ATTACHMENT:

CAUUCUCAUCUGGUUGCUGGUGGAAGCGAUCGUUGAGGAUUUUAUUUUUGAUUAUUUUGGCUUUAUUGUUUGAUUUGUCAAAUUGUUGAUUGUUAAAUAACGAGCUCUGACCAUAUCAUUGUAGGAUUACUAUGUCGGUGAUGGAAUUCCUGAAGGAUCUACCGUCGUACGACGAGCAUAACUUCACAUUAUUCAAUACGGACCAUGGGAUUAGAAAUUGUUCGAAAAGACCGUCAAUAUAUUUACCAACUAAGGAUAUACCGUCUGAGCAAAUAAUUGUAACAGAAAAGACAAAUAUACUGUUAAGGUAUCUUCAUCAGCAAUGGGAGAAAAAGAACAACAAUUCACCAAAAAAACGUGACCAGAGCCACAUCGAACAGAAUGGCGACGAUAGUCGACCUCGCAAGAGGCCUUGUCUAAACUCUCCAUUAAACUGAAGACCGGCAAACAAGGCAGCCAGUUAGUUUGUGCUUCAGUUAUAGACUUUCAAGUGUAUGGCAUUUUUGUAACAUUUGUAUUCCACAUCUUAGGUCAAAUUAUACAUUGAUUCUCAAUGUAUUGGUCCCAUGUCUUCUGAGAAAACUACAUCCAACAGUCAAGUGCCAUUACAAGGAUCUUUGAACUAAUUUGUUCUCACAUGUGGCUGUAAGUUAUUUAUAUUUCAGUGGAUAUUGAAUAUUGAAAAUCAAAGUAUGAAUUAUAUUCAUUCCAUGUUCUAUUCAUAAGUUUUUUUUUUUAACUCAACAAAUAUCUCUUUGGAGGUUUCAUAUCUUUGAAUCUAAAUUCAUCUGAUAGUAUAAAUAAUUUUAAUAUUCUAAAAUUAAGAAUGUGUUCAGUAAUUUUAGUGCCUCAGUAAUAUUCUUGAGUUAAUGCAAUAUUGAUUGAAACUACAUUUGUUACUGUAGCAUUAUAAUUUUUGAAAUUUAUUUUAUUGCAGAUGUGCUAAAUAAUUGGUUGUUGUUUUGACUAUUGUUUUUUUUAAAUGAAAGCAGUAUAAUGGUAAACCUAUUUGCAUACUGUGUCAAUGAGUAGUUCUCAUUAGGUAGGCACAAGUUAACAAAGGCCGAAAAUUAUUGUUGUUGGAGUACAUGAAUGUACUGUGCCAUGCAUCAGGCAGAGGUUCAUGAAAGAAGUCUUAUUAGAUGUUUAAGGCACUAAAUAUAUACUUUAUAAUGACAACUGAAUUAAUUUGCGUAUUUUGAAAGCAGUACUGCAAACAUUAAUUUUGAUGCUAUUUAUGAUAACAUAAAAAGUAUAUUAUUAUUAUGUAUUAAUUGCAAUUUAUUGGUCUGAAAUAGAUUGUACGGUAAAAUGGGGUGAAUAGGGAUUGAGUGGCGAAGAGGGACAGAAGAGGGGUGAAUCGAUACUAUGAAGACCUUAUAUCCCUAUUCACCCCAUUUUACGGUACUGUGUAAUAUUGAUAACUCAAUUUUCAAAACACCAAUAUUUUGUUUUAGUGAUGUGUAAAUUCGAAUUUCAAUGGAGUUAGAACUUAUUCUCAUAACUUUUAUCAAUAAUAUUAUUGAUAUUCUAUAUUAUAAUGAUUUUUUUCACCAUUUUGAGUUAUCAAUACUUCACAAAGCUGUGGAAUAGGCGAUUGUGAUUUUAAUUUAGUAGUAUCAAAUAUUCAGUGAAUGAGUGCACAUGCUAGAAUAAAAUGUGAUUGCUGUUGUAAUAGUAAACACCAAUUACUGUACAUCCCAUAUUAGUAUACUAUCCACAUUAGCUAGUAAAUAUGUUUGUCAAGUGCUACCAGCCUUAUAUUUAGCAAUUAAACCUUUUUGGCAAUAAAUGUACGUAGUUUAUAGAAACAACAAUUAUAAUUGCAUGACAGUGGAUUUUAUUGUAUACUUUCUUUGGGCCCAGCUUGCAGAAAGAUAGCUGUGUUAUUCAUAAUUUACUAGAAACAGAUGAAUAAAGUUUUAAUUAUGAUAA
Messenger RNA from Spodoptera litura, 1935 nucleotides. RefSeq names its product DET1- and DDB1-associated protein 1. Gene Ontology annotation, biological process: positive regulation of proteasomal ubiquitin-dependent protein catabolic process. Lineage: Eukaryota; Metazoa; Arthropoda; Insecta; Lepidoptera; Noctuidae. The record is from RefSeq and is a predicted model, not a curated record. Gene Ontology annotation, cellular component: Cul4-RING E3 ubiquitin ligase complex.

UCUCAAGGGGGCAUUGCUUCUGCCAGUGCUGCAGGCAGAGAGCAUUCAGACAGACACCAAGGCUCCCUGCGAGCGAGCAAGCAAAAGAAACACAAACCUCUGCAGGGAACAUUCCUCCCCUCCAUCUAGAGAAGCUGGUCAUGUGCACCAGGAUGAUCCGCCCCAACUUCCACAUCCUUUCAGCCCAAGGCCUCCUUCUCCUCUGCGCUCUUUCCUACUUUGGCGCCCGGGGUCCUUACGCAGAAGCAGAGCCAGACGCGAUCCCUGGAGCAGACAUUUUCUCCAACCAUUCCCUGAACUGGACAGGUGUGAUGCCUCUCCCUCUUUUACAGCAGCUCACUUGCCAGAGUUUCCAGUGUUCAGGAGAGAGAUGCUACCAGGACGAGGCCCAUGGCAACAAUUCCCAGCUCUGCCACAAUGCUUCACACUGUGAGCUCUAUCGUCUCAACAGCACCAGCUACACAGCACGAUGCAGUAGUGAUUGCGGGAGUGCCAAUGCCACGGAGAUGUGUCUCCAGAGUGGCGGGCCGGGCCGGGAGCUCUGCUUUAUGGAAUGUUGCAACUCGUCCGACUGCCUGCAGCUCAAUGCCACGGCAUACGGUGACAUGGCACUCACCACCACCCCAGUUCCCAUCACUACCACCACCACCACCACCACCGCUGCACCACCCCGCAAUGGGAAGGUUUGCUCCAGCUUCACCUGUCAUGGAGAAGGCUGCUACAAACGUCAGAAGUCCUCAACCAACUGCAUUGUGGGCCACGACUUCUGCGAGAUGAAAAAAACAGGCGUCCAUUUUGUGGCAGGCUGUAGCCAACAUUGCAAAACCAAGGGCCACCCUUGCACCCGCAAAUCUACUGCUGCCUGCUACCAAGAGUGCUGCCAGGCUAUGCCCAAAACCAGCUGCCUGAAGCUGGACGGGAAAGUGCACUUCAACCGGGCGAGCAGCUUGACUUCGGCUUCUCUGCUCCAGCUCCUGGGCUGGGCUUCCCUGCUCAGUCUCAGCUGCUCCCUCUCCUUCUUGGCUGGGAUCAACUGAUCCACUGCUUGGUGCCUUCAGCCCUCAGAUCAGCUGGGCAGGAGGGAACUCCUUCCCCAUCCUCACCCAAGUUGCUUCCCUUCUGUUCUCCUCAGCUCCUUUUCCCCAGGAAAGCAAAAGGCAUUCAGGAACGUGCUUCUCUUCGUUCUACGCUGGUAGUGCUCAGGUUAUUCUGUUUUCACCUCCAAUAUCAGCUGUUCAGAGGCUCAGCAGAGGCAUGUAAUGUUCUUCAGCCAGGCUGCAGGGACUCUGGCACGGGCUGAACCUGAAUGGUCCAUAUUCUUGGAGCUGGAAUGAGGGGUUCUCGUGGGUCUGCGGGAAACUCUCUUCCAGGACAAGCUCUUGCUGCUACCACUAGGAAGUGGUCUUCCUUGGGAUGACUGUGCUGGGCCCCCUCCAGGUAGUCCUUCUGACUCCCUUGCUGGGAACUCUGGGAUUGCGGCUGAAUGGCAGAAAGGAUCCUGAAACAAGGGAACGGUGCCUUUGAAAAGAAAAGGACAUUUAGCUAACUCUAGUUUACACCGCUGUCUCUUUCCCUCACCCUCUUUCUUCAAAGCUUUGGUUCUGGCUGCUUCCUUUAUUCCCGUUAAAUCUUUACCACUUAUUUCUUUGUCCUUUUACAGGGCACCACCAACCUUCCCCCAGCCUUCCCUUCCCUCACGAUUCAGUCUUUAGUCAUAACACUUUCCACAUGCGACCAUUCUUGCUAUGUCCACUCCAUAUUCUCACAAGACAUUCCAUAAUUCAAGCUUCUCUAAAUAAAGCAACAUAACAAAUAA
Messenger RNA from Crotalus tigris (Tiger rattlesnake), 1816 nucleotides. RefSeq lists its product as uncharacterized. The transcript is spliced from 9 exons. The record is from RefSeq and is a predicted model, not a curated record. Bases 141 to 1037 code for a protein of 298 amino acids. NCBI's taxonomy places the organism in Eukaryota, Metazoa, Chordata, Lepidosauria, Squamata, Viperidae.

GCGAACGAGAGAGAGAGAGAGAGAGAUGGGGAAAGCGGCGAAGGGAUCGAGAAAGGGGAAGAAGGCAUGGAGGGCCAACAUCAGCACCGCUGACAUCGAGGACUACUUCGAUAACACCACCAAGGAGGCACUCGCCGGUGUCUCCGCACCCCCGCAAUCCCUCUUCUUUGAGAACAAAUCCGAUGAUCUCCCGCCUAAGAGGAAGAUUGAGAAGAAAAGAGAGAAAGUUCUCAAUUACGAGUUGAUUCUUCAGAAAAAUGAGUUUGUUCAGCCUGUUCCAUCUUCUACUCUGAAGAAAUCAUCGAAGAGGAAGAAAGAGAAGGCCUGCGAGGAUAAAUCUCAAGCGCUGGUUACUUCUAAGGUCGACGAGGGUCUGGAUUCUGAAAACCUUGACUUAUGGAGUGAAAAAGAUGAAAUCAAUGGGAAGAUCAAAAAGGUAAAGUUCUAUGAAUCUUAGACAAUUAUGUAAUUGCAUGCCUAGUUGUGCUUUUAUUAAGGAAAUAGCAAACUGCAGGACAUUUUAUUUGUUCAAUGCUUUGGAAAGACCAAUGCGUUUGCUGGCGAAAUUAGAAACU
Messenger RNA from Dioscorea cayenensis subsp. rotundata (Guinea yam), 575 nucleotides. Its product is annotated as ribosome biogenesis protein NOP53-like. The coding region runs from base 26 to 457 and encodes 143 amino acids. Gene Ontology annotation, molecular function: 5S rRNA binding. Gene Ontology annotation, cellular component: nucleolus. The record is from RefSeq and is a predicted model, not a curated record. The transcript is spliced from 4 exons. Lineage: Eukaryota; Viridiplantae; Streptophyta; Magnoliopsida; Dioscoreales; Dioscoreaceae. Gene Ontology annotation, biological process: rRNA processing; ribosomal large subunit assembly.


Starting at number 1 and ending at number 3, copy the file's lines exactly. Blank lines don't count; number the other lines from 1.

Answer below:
CAUUCUCAUCUGGUUGCUGGUGGAAGCGAUCGUUGAGGAUUUUAUUUUUGAUUAUUUUGGCUUUAUUGUUUGAUUUGUCAAAUUGUUGAUUGUUAAAUAACGAGCUCUGACCAUAUCAUUGUAGGAUUACUAUGUCGGUGAUGGAAUUCCUGAAGGAUCUACCGUCGUACGACGAGCAUAACUUCACAUUAUUCAAUACGGACCAUGGGAUUAGAAAUUGUUCGAAAAGACCGUCAAUAUAUUUACCAACUAAGGAUAUACCGUCUGAGCAAAUAAUUGUAACAGAAAAGACAAAUAUACUGUUAAGGUAUCUUCAUCAGCAAUGGGAGAAAAAGAACAACAAUUCACCAAAAAAACGUGACCAGAGCCACAUCGAACAGAAUGGCGACGAUAGUCGACCUCGCAAGAGGCCUUGUCUAAACUCUCCAUUAAACUGAAGACCGGCAAACAAGGCAGCCAGUUAGUUUGUGCUUCAGUUAUAGACUUUCAAGUGUAUGGCAUUUUUGUAACAUUUGUAUUCCACAUCUUAGGUCAAAUUAUACAUUGAUUCUCAAUGUAUUGGUCCCAUGUCUUCUGAGAAAACUACAUCCAACAGUCAAGUGCCAUUACAAGGAUCUUUGAACUAAUUUGUUCUCACAUGUGGCUGUAAGUUAUUUAUAUUUCAGUGGAUAUUGAAUAUUGAAAAUCAAAGUAUGAAUUAUAUUCAUUCCAUGUUCUAUUCAUAAGUUUUUUUUUUUAACUCAACAAAUAUCUCUUUGGAGGUUUCAUAUCUUUGAAUCUAAAUUCAUCUGAUAGUAUAAAUAAUUUUAAUAUUCUAAAAUUAAGAAUGUGUUCAGUAAUUUUAGUGCCUCAGUAAUAUUCUUGAGUUAAUGCAAUAUUGAUUGAAACUACAUUUGUUACUGUAGCAUUAUAAUUUUUGAAAUUUAUUUUAUUGCAGAUGUGCUAAAUAAUUGGUUGUUGUUUUGACUAUUGUUUUUUUUAAAUGAAAGCAGUAUAAUGGUAAACCUAUUUGCAUACUGUGUCAAUGAGUAGUUCUCAUUAGGUAGGCACAAGUUAACAAAGGCCGAAAAUUAUUGUUGUUGGAGUACAUGAAUGUACUGUGCCAUGCAUCAGGCAGAGGUUCAUGAAAGAAGUCUUAUUAGAUGUUUAAGGCACUAAAUAUAUACUUUAUAAUGACAACUGAAUUAAUUUGCGUAUUUUGAAAGCAGUACUGCAAACAUUAAUUUUGAUGCUAUUUAUGAUAACAUAAAAAGUAUAUUAUUAUUAUGUAUUAAUUGCAAUUUAUUGGUCUGAAAUAGAUUGUACGGUAAAAUGGGGUGAAUAGGGAUUGAGUGGCGAAGAGGGACAGAAGAGGGGUGAAUCGAUACUAUGAAGACCUUAUAUCCCUAUUCACCCCAUUUUACGGUACUGUGUAAUAUUGAUAACUCAAUUUUCAAAACACCAAUAUUUUGUUUUAGUGAUGUGUAAAUUCGAAUUUCAAUGGAGUUAGAACUUAUUCUCAUAACUUUUAUCAAUAAUAUUAUUGAUAUUCUAUAUUAUAAUGAUUUUUUUCACCAUUUUGAGUUAUCAAUACUUCACAAAGCUGUGGAAUAGGCGAUUGUGAUUUUAAUUUAGUAGUAUCAAAUAUUCAGUGAAUGAGUGCACAUGCUAGAAUAAAAUGUGAUUGCUGUUGUAAUAGUAAACACCAAUUACUGUACAUCCCAUAUUAGUAUACUAUCCACAUUAGCUAGUAAAUAUGUUUGUCAAGUGCUACCAGCCUUAUAUUUAGCAAUUAAACCUUUUUGGCAAUAAAUGUACGUAGUUUAUAGAAACAACAAUUAUAAUUGCAUGACAGUGGAUUUUAUUGUAUACUUUCUUUGGGCCCAGCUUGCAGAAAGAUAGCUGUGUUAUUCAUAAUUUACUAGAAACAGAUGAAUAAAGUUUUAAUUAUGAUAA
Messenger RNA from Spodoptera litura, 1935 nucleotides. RefSeq names its product DET1- and DDB1-associated protein 1. Gene Ontology annotation, biological process: positive regulation of proteasomal ubiquitin-dependent protein catabolic process. Lineage: Eukaryota; Metazoa; Arthropoda; Insecta; Lepidoptera; Noctuidae. The record is from RefSeq and is a predicted model, not a curated record. Gene Ontology annotation, cellular component: Cul4-RING E3 ubiquitin ligase complex.

UCUCAAGGGGGCAUUGCUUCUGCCAGUGCUGCAGGCAGAGAGCAUUCAGACAGACACCAAGGCUCCCUGCGAGCGAGCAAGCAAAAGAAACACAAACCUCUGCAGGGAACAUUCCUCCCCUCCAUCUAGAGAAGCUGGUCAUGUGCACCAGGAUGAUCCGCCCCAACUUCCACAUCCUUUCAGCCCAAGGCCUCCUUCUCCUCUGCGCUCUUUCCUACUUUGGCGCCCGGGGUCCUUACGCAGAAGCAGAGCCAGACGCGAUCCCUGGAGCAGACAUUUUCUCCAACCAUUCCCUGAACUGGACAGGUGUGAUGCCUCUCCCUCUUUUACAGCAGCUCACUUGCCAGAGUUUCCAGUGUUCAGGAGAGAGAUGCUACCAGGACGAGGCCCAUGGCAACAAUUCCCAGCUCUGCCACAAUGCUUCACACUGUGAGCUCUAUCGUCUCAACAGCACCAGCUACACAGCACGAUGCAGUAGUGAUUGCGGGAGUGCCAAUGCCACGGAGAUGUGUCUCCAGAGUGGCGGGCCGGGCCGGGAGCUCUGCUUUAUGGAAUGUUGCAACUCGUCCGACUGCCUGCAGCUCAAUGCCACGGCAUACGGUGACAUGGCACUCACCACCACCCCAGUUCCCAUCACUACCACCACCACCACCACCACCGCUGCACCACCCCGCAAUGGGAAGGUUUGCUCCAGCUUCACCUGUCAUGGAGAAGGCUGCUACAAACGUCAGAAGUCCUCAACCAACUGCAUUGUGGGCCACGACUUCUGCGAGAUGAAAAAAACAGGCGUCCAUUUUGUGGCAGGCUGUAGCCAACAUUGCAAAACCAAGGGCCACCCUUGCACCCGCAAAUCUACUGCUGCCUGCUACCAAGAGUGCUGCCAGGCUAUGCCCAAAACCAGCUGCCUGAAGCUGGACGGGAAAGUGCACUUCAACCGGGCGAGCAGCUUGACUUCGGCUUCUCUGCUCCAGCUCCUGGGCUGGGCUUCCCUGCUCAGUCUCAGCUGCUCCCUCUCCUUCUUGGCUGGGAUCAACUGAUCCACUGCUUGGUGCCUUCAGCCCUCAGAUCAGCUGGGCAGGAGGGAACUCCUUCCCCAUCCUCACCCAAGUUGCUUCCCUUCUGUUCUCCUCAGCUCCUUUUCCCCAGGAAAGCAAAAGGCAUUCAGGAACGUGCUUCUCUUCGUUCUACGCUGGUAGUGCUCAGGUUAUUCUGUUUUCACCUCCAAUAUCAGCUGUUCAGAGGCUCAGCAGAGGCAUGUAAUGUUCUUCAGCCAGGCUGCAGGGACUCUGGCACGGGCUGAACCUGAAUGGUCCAUAUUCUUGGAGCUGGAAUGAGGGGUUCUCGUGGGUCUGCGGGAAACUCUCUUCCAGGACAAGCUCUUGCUGCUACCACUAGGAAGUGGUCUUCCUUGGGAUGACUGUGCUGGGCCCCCUCCAGGUAGUCCUUCUGACUCCCUUGCUGGGAACUCUGGGAUUGCGGCUGAAUGGCAGAAAGGAUCCUGAAACAAGGGAACGGUGCCUUUGAAAAGAAAAGGACAUUUAGCUAACUCUAGUUUACACCGCUGUCUCUUUCCCUCACCCUCUUUCUUCAAAGCUUUGGUUCUGGCUGCUUCCUUUAUUCCCGUUAAAUCUUUACCACUUAUUUCUUUGUCCUUUUACAGGGCACCACCAACCUUCCCCCAGCCUUCCCUUCCCUCACGAUUCAGUCUUUAGUCAUAACACUUUCCACAUGCGACCAUUCUUGCUAUGUCCACUCCAUAUUCUCACAAGACAUUCCAUAAUUCAAGCUUCUCUAAAUAAAGCAACAUAACAAAUAA